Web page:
Chair DeLauro Statement at Subcommittee Markup of Fiscal Year 2023 Agriculture, Rural Development, Food and Drug Administration, and Related Agencies Funding Bill
Congresswoman Rosa DeLauro (CT-03), Chair of the House Appropriations Committee, delivered the following remarks at the Agriculture, Rural Development, Food and Drug Administration, and Related Agencies Appropriations Subcommittee's markup of its fiscal year 2023 bill:
Thank you so much, Mr. Chairman, and as well to Ranking Member Harris, for your bipartisan efforts on this bill. I want to also thank the subcommittee staff for their work in drafting this bill. I just want to say that the appropriations process is well underway. This is the fourth subcommittee hearing we’ve held today. We will have two more tomorrow and we will wrap up subcommittees next week and move to full committee next week. So we are meeting our deadline of getting all the subcommittee and full committee meetings done in June and we can bring our bills to the floor in July.
About this bill –this bill has the power to ensure every consumer and our farmers, our ranchers, and our rural communities are supported and can access the safe, accessible, and the resilient food supply they deserve. I am proud that this bill builds on the 2022 government spending package with an increase of over $2 billion over last year.
With the investments in that bill, we proved how our government can serve American families trying to put food on the table. We continue that work now. This bill continues that progress and helps ensure 6.2 million low-income women, infants, and children will access safe and healthy foods, including fruits and vegetables, with $6 billion for the WIC program. It provides the 42 million Americans eligible for Supplemental Nutrition Assistance Program (SNAP), the food stamp benefits, the support that they need with over $111 billion in mandatory spending for the food stamp program.
The bill provides $100 million for the storage and distribution of USDA Foods distributed through The Emergency Food Assistance Program (TEFAP) network of emergency feeding organizations, the highest level in the program’s history.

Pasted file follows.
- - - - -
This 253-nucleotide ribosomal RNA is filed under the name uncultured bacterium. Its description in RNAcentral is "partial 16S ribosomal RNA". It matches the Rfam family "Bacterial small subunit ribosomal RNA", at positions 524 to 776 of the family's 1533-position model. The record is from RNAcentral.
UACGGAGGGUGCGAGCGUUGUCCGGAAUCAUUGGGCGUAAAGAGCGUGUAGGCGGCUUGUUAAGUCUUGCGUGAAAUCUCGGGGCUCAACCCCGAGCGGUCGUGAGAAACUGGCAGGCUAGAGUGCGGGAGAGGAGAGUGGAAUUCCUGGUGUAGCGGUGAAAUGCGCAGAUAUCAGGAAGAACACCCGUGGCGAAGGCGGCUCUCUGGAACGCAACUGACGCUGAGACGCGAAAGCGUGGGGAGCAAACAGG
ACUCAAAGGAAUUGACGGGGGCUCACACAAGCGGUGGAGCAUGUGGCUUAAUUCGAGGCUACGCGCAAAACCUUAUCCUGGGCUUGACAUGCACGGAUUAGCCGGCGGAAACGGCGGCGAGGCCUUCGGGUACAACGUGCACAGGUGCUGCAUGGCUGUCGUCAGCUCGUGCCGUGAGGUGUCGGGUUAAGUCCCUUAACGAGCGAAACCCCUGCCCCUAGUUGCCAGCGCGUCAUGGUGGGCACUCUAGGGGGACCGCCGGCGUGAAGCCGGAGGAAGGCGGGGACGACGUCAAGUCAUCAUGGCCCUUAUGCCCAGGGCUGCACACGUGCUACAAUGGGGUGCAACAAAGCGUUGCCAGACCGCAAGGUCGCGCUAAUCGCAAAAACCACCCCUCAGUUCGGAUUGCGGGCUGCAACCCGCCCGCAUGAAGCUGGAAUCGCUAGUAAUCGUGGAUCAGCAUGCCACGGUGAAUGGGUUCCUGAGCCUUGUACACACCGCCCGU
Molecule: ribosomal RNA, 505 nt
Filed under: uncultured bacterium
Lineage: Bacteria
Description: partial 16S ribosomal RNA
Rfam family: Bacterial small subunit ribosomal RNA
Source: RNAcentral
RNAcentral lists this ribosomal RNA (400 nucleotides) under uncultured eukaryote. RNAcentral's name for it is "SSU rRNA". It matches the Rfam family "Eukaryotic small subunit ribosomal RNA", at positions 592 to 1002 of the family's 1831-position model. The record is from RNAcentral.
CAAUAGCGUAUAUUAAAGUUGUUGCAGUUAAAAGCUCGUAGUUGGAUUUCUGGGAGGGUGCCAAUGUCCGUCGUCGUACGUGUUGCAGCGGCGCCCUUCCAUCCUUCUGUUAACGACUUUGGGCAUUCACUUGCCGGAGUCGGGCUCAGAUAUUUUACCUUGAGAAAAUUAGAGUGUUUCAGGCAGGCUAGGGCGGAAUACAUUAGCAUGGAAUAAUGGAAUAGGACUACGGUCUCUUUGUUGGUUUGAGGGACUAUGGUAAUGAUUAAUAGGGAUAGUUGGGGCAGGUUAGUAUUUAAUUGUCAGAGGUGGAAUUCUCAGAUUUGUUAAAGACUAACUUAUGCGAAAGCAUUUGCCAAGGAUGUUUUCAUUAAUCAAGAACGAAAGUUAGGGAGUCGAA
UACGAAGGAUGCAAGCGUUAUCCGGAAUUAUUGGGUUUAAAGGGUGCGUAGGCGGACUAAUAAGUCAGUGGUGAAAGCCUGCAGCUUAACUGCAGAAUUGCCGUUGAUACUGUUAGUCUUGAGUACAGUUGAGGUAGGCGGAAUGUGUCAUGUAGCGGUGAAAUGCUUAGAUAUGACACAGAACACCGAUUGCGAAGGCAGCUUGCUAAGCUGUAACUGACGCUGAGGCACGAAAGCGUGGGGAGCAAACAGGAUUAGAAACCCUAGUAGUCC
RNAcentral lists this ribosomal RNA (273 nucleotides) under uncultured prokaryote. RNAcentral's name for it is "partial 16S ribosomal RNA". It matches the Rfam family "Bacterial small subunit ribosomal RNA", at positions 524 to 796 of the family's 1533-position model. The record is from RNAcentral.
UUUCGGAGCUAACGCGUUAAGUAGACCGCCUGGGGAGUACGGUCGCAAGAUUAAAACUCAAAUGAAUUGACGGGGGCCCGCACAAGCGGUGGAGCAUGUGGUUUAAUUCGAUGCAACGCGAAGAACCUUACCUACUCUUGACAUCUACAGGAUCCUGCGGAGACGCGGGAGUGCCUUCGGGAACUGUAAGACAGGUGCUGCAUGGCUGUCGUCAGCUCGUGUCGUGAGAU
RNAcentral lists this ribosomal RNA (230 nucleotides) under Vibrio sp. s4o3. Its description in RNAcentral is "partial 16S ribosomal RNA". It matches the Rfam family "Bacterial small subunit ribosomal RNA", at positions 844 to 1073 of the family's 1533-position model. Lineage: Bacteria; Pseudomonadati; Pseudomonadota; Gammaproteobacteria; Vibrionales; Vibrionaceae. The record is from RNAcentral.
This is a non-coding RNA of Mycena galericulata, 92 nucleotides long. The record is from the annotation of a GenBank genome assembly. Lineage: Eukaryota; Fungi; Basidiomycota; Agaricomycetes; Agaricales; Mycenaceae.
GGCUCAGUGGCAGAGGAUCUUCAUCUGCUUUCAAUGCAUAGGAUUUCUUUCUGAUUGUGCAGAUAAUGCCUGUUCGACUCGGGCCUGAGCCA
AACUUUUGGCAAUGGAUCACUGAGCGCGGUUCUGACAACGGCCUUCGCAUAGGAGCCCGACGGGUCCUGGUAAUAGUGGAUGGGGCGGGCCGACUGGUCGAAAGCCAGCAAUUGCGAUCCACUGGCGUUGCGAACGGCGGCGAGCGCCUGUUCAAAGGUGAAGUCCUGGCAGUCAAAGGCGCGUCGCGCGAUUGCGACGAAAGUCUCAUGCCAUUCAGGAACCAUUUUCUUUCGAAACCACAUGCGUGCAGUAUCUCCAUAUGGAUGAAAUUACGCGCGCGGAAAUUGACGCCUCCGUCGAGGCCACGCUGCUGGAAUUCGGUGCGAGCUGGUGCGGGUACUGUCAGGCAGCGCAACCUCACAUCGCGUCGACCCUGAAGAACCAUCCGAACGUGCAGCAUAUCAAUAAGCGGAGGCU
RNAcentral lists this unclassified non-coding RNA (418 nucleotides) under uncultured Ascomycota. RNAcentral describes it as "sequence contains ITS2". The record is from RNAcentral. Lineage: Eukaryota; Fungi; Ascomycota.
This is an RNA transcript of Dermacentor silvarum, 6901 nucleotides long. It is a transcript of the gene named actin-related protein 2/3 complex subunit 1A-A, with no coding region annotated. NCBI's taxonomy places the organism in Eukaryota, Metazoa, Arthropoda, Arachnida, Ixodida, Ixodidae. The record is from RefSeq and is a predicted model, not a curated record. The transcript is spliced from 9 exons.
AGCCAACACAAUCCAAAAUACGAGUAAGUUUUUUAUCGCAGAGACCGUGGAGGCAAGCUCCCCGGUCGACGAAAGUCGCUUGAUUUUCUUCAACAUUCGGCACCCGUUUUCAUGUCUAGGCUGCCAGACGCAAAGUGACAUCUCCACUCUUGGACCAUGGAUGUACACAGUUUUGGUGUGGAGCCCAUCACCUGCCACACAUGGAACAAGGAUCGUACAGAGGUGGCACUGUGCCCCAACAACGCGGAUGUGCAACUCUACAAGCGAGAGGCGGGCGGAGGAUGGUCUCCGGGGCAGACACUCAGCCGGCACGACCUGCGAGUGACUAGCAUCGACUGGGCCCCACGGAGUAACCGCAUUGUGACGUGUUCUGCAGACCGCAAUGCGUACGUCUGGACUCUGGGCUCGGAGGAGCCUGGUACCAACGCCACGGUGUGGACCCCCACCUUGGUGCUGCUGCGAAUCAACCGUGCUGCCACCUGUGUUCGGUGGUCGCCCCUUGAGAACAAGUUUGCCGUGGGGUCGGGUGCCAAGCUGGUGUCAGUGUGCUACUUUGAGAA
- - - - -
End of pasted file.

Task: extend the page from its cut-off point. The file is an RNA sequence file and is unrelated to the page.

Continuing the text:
And we are investing in the health and wellbeing of America’s kids and our schools through Child Nutrition programs like school meals. This will fund roughly 5.6 billion school lunches and snacks – that is 5.6 billion times a child in this country will not have to go hungry or wonder where their next meal is coming from. And yes, we will be doing something about extending the waivers of the school meals programs so that kids in our country do not have to go hungry during their summer months or beyond.
Fighting hunger at home, and that is what we are doing, fighting hunger because we know that hunger has increased in the United States, and we the abundance of food we have, no child, no adult should go hungry in the United States of America.
But fighting hunger at home is not enough, so we are providing historic funding for international food assistance programs, including $1.8 billion for Food for Peace grants and $265 million for the McGovern-Dole program.
As we ensure access to nutritious food, we must also ensure our nation’s food supply is safe. As the recent contamination of infant formula further highlighted, our food safety infrastructure must be robust, and our food supply must be safeguarded. And I want to acknowledge the leading role that the Chair, Chairman Bishop, has taken on dealing with the issue of infant formula and the hearings that he’s held so that we can address that because, in fact, no family should have to be worried about the supply of infant formula as well as the safety of that formula.
With over $3.6 billion in discretionary funding for the Food and Drug Administration (FDA), we provide new resources so the FDA can enhance its efforts to keep our food safe, including protecting baby food, responding to food outbreaks, addressing the opioid crisis, monitoring the supply chain, improving inspections, and conducting oversight of domestic and foreign drug manufacturers.
Because we recognize a dangerous gap and the need for more FDA inspection staff, we are ensuring the FDA has the resources and personnel to conduct inspections and thoroughly review infant formula application and manufacturing contracts. This bill builds on the efforts by this Committee, through the House-passed supplemental appropriation and the oversight activities, to address this unacceptable and preventable crisis
In that vein, we provide almost $1.2 billion for food safety and inspection programs to support the programs and personnel that ensure our food is safe, and to provide support for small and very small producers. With market consolidation impacting our food supply – including in the meatpacking, cereal, and infant formula industries – these efforts are more important now than ever.
And rural communities need our support, which is why we are providing over $4.2 billion for rural development programs.
Through rural housing loans and rental assistance, we will help 140,000 families keep a roof over their heads. We are supporting low-income families, older Americans, and historically underserved Native American Tribes access affordable housing.
We continue expanding broadband services to improve the health, economic, and educational opportunities of rural Americans. And as we do so, we will invest in other critical infrastructure, including $1.5 billion for rural water and waste program loans and over $680 million for grants for drinking water and sanitary waste disposal systems.
I am proud of the bill before us because its impact will be profound and will reach every single American. I urge my colleagues to support this legislation, and again thank all those who made it possible.